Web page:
He's the retired four-star general who fought the 1991 Gulf War, Saddam Hussein and his own personal battle against cancer.
American Army officer ‘Stormin’ Norman Schwarzkopf was born in New Jersey, and graduated from the United States Military Academy in 1956.
No candidate for the Ivy League, Schwarzkopf took a masters degree in engineering from the University of Southern California a full eight years later, and entered the military.
Schwarzkopf served in numerous assignments throughout Europe, the US and the Pacific, rising from platoon through corps level.
During the Vietnam War, in which 58,202 American soldiers and hundreds of thousands of Vietnamese lost their lives, Schwarzkopf took two tours of duty.
He attaining the rank of general in 1978 and, in October 1983, he acted as deputy commander of the US invasion of Grenada, and was surrounded by controversy following the exclusion of the media from the island.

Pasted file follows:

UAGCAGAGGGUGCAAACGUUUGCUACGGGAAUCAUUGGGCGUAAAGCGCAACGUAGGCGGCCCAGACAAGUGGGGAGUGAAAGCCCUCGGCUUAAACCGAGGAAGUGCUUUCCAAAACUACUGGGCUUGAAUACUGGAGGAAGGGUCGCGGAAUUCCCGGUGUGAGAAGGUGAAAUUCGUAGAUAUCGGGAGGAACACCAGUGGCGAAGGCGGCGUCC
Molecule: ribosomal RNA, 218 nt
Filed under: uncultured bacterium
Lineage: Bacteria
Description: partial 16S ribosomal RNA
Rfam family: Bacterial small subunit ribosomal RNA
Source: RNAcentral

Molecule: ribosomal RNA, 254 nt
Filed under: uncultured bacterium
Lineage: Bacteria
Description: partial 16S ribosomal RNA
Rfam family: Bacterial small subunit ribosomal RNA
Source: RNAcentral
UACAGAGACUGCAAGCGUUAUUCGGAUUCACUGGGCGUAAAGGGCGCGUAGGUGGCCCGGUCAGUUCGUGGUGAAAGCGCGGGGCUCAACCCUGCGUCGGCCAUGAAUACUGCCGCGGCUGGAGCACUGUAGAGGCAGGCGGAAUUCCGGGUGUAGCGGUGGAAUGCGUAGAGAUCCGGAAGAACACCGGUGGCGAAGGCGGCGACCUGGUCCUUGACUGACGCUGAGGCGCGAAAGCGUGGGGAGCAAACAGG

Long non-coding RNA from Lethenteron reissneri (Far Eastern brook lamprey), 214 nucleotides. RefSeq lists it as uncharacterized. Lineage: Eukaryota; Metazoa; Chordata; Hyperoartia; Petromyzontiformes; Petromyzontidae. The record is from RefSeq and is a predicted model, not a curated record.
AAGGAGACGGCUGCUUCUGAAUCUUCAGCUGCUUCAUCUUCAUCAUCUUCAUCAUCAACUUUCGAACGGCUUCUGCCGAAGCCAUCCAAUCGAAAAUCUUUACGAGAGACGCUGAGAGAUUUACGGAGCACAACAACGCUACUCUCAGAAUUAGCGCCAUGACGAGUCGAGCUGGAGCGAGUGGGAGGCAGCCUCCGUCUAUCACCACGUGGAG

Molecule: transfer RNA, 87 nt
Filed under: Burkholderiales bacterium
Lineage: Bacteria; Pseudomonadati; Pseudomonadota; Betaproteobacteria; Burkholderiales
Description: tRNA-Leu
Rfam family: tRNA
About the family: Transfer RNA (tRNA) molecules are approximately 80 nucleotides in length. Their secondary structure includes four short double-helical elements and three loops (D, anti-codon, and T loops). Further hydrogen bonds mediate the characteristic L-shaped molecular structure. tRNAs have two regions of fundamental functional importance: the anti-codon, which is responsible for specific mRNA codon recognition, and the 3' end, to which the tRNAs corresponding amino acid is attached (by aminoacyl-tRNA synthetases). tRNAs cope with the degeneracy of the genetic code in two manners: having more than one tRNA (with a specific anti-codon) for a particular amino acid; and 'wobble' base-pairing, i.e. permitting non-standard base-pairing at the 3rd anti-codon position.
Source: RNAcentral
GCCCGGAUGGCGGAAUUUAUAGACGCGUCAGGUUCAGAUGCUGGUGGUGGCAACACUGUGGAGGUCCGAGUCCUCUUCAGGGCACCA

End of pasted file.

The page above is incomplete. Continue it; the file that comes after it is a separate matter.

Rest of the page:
In 1988, Schwarzkopf was appointed head of the US Central Command. After Iraq invaded Kuwait in August 1990, the US military reversed its long-held policy of strong arms and defence aid for the Hussein dictatorship, and launched Operation Desert Storm, for which Schwarzkopf was responsible.
Schwarzkopf led the multinational Desert Storm during the first Gulf War in 1991, and succeeded in liberating Kuwait. During the war, mainly due to his charismatic avoidance of eloquence and subtleties, he became the most popular US general since World War II.
At the last minute, planned post-war US military support for a Shiite Muslim rebellion in the south of Iraq was withdrawn.
Schwarzkopf’s autobiography, ‘It Doesn't Take a Hero’ was published in 1992, becoming a bestseller.
Since his retirement after the war, Schwarzkopf moved into voiceovers for commercial television military shows.
He is also active in charities seeking to improve the quality of life for children, and the conservation of the grizzly bears.
In 2003, Schwarzkopf emerged as a strong critic of the controversial Iraq War, maintaining that weapons inspections were more desirable.
Norman Schwarzkopf died in 2012, aged 78.